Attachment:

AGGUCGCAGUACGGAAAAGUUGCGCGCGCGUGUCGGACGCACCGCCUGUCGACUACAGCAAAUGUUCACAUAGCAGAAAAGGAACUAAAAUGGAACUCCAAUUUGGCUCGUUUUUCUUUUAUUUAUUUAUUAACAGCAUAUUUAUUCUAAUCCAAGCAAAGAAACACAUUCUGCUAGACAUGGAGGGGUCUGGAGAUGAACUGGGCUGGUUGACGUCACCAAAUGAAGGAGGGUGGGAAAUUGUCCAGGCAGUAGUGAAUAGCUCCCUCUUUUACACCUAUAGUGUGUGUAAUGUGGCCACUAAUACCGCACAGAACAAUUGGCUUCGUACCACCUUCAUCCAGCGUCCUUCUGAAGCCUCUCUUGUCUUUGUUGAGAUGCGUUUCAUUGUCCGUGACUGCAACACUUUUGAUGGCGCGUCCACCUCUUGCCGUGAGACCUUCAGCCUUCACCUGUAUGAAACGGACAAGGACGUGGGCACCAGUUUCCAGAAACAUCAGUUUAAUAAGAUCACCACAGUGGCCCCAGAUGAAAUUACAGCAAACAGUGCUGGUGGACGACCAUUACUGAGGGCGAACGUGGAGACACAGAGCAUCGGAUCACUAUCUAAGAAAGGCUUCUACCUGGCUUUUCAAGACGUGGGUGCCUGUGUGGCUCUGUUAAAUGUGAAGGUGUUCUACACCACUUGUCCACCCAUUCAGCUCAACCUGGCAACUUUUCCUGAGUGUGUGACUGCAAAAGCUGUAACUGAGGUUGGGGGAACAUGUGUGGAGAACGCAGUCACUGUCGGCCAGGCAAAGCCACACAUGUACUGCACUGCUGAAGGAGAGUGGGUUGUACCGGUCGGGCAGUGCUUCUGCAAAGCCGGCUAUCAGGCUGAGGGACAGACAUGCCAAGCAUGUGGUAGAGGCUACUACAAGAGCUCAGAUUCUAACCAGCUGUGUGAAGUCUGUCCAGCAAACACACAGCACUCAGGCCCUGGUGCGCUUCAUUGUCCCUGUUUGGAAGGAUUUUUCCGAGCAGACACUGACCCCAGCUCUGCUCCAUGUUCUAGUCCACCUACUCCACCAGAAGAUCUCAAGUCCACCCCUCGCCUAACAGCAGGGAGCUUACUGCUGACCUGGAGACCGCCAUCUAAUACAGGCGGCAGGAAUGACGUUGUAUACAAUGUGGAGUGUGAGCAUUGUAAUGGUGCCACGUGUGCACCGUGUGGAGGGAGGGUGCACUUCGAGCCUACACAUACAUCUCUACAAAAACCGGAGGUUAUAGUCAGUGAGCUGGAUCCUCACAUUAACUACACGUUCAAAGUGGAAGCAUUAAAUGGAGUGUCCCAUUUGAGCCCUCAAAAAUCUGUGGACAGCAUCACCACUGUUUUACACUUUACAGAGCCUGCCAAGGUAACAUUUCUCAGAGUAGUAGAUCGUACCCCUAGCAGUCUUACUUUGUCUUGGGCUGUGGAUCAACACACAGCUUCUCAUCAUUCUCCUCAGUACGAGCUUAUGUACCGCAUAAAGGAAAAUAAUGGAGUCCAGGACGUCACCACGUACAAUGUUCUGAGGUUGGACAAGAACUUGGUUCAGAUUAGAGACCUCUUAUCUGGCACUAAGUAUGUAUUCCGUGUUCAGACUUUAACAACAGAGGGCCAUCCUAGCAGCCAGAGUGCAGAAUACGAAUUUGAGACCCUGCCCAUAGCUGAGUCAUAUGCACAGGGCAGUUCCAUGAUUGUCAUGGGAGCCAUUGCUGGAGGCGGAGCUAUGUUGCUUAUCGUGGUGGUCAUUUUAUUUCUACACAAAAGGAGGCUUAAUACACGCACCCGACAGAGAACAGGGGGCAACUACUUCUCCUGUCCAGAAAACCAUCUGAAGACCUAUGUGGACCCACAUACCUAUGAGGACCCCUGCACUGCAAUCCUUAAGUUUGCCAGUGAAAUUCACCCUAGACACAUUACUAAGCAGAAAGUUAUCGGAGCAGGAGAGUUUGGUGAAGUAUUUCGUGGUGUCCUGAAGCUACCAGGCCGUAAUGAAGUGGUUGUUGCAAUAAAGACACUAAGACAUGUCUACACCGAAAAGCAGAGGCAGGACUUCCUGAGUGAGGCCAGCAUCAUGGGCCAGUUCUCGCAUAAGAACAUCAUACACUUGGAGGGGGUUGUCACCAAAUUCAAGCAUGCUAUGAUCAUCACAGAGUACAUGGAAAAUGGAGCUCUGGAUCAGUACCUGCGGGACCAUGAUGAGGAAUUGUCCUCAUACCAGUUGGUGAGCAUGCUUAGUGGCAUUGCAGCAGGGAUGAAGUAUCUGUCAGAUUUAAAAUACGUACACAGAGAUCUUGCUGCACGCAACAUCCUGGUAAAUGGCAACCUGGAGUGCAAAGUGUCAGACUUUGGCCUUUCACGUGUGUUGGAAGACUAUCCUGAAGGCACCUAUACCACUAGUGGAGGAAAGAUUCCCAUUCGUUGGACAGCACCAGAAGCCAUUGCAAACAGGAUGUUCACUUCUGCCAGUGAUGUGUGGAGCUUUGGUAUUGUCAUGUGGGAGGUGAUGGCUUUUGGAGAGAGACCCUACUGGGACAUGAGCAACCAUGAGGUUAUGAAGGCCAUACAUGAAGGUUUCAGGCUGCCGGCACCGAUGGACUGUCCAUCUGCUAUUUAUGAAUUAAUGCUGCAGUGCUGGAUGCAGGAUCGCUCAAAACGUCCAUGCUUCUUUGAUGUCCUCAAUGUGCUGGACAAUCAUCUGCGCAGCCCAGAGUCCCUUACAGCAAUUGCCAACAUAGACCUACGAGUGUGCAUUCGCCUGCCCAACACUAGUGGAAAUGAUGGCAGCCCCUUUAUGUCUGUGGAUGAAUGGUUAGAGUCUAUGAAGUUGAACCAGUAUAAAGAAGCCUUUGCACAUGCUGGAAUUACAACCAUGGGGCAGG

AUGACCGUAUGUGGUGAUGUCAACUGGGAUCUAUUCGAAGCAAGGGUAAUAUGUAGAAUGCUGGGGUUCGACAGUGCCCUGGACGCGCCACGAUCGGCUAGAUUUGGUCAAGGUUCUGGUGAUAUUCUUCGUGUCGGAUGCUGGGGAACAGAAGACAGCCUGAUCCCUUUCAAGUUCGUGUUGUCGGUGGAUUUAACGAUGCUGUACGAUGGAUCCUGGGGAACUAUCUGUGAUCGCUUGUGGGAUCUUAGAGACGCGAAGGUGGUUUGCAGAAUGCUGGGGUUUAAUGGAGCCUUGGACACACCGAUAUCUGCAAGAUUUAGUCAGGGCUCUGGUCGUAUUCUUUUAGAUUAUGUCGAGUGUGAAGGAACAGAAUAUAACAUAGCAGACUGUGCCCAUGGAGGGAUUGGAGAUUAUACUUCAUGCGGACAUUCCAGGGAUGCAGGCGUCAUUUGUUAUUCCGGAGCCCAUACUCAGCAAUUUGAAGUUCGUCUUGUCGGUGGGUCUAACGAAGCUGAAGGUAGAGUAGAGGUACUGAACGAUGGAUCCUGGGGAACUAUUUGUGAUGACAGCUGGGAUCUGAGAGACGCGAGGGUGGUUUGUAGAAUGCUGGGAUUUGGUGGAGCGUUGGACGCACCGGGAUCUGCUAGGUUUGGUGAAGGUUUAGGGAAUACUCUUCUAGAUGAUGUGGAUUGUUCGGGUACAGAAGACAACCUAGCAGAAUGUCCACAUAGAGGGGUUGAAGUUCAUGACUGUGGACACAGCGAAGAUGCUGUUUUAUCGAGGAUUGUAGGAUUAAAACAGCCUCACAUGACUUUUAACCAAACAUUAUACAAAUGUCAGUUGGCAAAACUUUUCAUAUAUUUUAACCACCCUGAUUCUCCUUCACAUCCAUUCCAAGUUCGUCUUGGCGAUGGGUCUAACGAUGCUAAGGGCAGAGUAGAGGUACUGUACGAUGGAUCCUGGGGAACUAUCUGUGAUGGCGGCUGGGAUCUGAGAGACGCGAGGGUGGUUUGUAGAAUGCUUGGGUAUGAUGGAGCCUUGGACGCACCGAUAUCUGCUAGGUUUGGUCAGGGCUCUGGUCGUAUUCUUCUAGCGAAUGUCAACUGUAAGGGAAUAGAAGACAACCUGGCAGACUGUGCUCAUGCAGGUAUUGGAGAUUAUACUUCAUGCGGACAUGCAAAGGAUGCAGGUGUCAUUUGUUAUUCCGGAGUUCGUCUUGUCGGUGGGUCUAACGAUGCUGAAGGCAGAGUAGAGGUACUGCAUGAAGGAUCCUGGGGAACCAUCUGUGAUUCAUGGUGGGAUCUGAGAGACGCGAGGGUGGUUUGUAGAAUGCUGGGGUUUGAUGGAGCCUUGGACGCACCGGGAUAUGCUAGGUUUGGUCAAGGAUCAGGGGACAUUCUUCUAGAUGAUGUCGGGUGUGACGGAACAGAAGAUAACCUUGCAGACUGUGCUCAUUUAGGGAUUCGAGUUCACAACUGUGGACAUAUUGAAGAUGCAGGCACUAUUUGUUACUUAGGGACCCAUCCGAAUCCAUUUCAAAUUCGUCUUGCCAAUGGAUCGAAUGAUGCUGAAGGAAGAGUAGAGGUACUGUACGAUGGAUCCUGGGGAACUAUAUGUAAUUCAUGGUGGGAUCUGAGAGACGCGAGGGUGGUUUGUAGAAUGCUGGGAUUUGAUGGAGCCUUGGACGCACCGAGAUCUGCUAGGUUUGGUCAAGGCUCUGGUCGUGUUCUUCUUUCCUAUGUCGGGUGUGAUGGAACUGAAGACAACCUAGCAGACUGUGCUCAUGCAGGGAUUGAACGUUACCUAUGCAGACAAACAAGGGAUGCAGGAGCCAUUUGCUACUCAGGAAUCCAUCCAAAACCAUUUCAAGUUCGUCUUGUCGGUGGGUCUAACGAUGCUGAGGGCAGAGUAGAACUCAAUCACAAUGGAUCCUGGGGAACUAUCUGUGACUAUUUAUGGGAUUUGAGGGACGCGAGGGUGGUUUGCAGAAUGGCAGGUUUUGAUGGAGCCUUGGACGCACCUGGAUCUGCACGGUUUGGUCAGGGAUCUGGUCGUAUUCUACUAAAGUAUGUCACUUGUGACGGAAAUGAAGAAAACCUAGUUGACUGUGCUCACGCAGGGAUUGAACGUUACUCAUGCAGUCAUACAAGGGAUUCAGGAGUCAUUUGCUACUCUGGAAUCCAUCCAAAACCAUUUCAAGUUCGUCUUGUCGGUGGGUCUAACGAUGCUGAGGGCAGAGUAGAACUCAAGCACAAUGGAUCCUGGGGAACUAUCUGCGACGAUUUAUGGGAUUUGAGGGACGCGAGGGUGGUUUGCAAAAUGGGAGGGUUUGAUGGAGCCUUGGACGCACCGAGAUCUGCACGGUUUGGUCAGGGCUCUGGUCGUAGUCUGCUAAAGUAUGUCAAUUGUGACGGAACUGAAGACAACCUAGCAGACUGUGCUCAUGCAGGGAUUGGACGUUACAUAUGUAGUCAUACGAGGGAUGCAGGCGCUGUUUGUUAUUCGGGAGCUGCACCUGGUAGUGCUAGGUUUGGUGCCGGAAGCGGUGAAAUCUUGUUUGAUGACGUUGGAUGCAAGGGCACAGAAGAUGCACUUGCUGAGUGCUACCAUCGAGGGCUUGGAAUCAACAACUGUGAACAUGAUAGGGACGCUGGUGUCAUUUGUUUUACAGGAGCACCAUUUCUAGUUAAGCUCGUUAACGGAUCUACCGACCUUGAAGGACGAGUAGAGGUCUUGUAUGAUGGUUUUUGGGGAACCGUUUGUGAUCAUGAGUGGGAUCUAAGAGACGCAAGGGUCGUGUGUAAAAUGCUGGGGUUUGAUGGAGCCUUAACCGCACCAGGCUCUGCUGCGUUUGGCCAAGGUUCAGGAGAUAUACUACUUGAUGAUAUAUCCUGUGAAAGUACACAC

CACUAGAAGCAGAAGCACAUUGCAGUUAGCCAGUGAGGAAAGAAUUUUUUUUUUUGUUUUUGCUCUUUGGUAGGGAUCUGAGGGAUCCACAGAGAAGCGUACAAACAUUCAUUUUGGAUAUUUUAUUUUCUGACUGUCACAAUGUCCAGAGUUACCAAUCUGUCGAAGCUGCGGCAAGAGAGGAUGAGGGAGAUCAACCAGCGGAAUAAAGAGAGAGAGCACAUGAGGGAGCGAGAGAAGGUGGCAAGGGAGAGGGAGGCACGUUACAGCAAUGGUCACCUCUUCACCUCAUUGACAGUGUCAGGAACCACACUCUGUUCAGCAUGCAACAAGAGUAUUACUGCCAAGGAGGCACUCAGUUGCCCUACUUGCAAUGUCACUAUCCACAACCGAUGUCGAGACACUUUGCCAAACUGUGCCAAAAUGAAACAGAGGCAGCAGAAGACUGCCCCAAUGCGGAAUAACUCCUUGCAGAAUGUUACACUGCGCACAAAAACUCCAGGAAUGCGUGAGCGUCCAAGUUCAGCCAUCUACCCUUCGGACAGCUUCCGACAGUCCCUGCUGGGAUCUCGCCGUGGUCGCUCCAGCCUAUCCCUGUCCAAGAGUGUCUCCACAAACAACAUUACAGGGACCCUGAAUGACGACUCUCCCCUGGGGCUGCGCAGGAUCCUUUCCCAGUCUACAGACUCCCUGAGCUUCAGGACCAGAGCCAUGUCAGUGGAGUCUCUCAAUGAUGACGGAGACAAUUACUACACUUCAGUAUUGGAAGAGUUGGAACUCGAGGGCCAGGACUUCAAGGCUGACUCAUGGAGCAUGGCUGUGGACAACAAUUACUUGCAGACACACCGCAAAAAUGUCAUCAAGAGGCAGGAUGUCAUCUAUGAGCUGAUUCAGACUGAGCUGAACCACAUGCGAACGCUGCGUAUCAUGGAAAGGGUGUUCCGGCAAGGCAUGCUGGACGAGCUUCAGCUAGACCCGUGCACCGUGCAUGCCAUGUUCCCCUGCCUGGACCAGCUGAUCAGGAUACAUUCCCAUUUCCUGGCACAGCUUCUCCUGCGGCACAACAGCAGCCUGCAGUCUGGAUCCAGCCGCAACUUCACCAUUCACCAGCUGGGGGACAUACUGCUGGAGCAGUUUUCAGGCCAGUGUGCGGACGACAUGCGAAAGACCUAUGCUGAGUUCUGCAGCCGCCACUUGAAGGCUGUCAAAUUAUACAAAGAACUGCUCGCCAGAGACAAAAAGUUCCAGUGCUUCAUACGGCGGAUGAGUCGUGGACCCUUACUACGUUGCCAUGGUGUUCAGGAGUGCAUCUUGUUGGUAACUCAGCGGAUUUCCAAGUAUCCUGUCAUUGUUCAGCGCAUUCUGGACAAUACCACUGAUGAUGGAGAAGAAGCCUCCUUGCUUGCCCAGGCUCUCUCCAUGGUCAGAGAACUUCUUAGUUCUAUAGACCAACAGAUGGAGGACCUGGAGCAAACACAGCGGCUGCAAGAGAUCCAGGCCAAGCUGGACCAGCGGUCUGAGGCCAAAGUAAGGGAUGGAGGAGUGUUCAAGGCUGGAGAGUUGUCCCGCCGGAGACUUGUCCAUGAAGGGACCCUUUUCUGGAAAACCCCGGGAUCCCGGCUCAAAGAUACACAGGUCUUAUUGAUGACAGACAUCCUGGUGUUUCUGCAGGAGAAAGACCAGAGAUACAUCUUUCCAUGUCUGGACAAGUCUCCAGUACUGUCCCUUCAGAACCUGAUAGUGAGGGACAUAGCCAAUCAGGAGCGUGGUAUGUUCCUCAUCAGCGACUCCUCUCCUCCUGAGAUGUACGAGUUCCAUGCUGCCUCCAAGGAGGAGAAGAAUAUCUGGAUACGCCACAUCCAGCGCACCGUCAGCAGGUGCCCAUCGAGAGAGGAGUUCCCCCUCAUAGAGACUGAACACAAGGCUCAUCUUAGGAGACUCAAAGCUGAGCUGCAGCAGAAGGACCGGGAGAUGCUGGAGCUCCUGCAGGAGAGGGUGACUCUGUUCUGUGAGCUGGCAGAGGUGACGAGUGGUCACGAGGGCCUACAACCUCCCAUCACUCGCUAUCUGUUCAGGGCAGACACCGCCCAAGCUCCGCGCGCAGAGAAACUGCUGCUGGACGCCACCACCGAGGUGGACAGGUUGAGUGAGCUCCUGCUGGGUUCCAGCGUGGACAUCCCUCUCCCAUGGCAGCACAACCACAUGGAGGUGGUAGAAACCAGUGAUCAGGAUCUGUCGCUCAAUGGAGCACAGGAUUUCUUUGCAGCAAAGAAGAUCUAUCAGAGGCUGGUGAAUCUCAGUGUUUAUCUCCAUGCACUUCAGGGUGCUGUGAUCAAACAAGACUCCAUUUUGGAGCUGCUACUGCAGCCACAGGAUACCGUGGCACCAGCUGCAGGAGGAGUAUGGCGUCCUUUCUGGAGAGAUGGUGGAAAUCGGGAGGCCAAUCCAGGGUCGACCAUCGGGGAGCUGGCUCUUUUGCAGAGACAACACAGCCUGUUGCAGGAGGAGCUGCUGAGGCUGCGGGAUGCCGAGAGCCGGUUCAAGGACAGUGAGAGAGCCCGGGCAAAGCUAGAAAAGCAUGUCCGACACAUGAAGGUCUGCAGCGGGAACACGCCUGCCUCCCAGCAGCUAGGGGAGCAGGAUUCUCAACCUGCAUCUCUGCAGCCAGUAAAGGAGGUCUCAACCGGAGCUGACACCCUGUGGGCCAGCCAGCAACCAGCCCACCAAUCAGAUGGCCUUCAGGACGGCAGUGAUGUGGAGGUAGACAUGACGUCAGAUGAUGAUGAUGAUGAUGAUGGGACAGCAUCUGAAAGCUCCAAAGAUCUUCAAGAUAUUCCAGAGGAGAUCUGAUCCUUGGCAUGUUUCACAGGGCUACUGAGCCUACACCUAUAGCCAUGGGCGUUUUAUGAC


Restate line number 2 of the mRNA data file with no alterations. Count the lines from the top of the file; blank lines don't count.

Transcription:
AUGACCGUAUGUGGUGAUGUCAACUGGGAUCUAUUCGAAGCAAGGGUAAUAUGUAGAAUGCUGGGGUUCGACAGUGCCCUGGACGCGCCACGAUCGGCUAGAUUUGGUCAAGGUUCUGGUGAUAUUCUUCGUGUCGGAUGCUGGGGAACAGAAGACAGCCUGAUCCCUUUCAAGUUCGUGUUGUCGGUGGAUUUAACGAUGCUGUACGAUGGAUCCUGGGGAACUAUCUGUGAUCGCUUGUGGGAUCUUAGAGACGCGAAGGUGGUUUGCAGAAUGCUGGGGUUUAAUGGAGCCUUGGACACACCGAUAUCUGCAAGAUUUAGUCAGGGCUCUGGUCGUAUUCUUUUAGAUUAUGUCGAGUGUGAAGGAACAGAAUAUAACAUAGCAGACUGUGCCCAUGGAGGGAUUGGAGAUUAUACUUCAUGCGGACAUUCCAGGGAUGCAGGCGUCAUUUGUUAUUCCGGAGCCCAUACUCAGCAAUUUGAAGUUCGUCUUGUCGGUGGGUCUAACGAAGCUGAAGGUAGAGUAGAGGUACUGAACGAUGGAUCCUGGGGAACUAUUUGUGAUGACAGCUGGGAUCUGAGAGACGCGAGGGUGGUUUGUAGAAUGCUGGGAUUUGGUGGAGCGUUGGACGCACCGGGAUCUGCUAGGUUUGGUGAAGGUUUAGGGAAUACUCUUCUAGAUGAUGUGGAUUGUUCGGGUACAGAAGACAACCUAGCAGAAUGUCCACAUAGAGGGGUUGAAGUUCAUGACUGUGGACACAGCGAAGAUGCUGUUUUAUCGAGGAUUGUAGGAUUAAAACAGCCUCACAUGACUUUUAACCAAACAUUAUACAAAUGUCAGUUGGCAAAACUUUUCAUAUAUUUUAACCACCCUGAUUCUCCUUCACAUCCAUUCCAAGUUCGUCUUGGCGAUGGGUCUAACGAUGCUAAGGGCAGAGUAGAGGUACUGUACGAUGGAUCCUGGGGAACUAUCUGUGAUGGCGGCUGGGAUCUGAGAGACGCGAGGGUGGUUUGUAGAAUGCUUGGGUAUGAUGGAGCCUUGGACGCACCGAUAUCUGCUAGGUUUGGUCAGGGCUCUGGUCGUAUUCUUCUAGCGAAUGUCAACUGUAAGGGAAUAGAAGACAACCUGGCAGACUGUGCUCAUGCAGGUAUUGGAGAUUAUACUUCAUGCGGACAUGCAAAGGAUGCAGGUGUCAUUUGUUAUUCCGGAGUUCGUCUUGUCGGUGGGUCUAACGAUGCUGAAGGCAGAGUAGAGGUACUGCAUGAAGGAUCCUGGGGAACCAUCUGUGAUUCAUGGUGGGAUCUGAGAGACGCGAGGGUGGUUUGUAGAAUGCUGGGGUUUGAUGGAGCCUUGGACGCACCGGGAUAUGCUAGGUUUGGUCAAGGAUCAGGGGACAUUCUUCUAGAUGAUGUCGGGUGUGACGGAACAGAAGAUAACCUUGCAGACUGUGCUCAUUUAGGGAUUCGAGUUCACAACUGUGGACAUAUUGAAGAUGCAGGCACUAUUUGUUACUUAGGGACCCAUCCGAAUCCAUUUCAAAUUCGUCUUGCCAAUGGAUCGAAUGAUGCUGAAGGAAGAGUAGAGGUACUGUACGAUGGAUCCUGGGGAACUAUAUGUAAUUCAUGGUGGGAUCUGAGAGACGCGAGGGUGGUUUGUAGAAUGCUGGGAUUUGAUGGAGCCUUGGACGCACCGAGAUCUGCUAGGUUUGGUCAAGGCUCUGGUCGUGUUCUUCUUUCCUAUGUCGGGUGUGAUGGAACUGAAGACAACCUAGCAGACUGUGCUCAUGCAGGGAUUGAACGUUACCUAUGCAGACAAACAAGGGAUGCAGGAGCCAUUUGCUACUCAGGAAUCCAUCCAAAACCAUUUCAAGUUCGUCUUGUCGGUGGGUCUAACGAUGCUGAGGGCAGAGUAGAACUCAAUCACAAUGGAUCCUGGGGAACUAUCUGUGACUAUUUAUGGGAUUUGAGGGACGCGAGGGUGGUUUGCAGAAUGGCAGGUUUUGAUGGAGCCUUGGACGCACCUGGAUCUGCACGGUUUGGUCAGGGAUCUGGUCGUAUUCUACUAAAGUAUGUCACUUGUGACGGAAAUGAAGAAAACCUAGUUGACUGUGCUCACGCAGGGAUUGAACGUUACUCAUGCAGUCAUACAAGGGAUUCAGGAGUCAUUUGCUACUCUGGAAUCCAUCCAAAACCAUUUCAAGUUCGUCUUGUCGGUGGGUCUAACGAUGCUGAGGGCAGAGUAGAACUCAAGCACAAUGGAUCCUGGGGAACUAUCUGCGACGAUUUAUGGGAUUUGAGGGACGCGAGGGUGGUUUGCAAAAUGGGAGGGUUUGAUGGAGCCUUGGACGCACCGAGAUCUGCACGGUUUGGUCAGGGCUCUGGUCGUAGUCUGCUAAAGUAUGUCAAUUGUGACGGAACUGAAGACAACCUAGCAGACUGUGCUCAUGCAGGGAUUGGACGUUACAUAUGUAGUCAUACGAGGGAUGCAGGCGCUGUUUGUUAUUCGGGAGCUGCACCUGGUAGUGCUAGGUUUGGUGCCGGAAGCGGUGAAAUCUUGUUUGAUGACGUUGGAUGCAAGGGCACAGAAGAUGCACUUGCUGAGUGCUACCAUCGAGGGCUUGGAAUCAACAACUGUGAACAUGAUAGGGACGCUGGUGUCAUUUGUUUUACAGGAGCACCAUUUCUAGUUAAGCUCGUUAACGGAUCUACCGACCUUGAAGGACGAGUAGAGGUCUUGUAUGAUGGUUUUUGGGGAACCGUUUGUGAUCAUGAGUGGGAUCUAAGAGACGCAAGGGUCGUGUGUAAAAUGCUGGGGUUUGAUGGAGCCUUAACCGCACCAGGCUCUGCUGCGUUUGGCCAAGGUUCAGGAGAUAUACUACUUGAUGAUAUAUCCUGUGAAAGUACACAC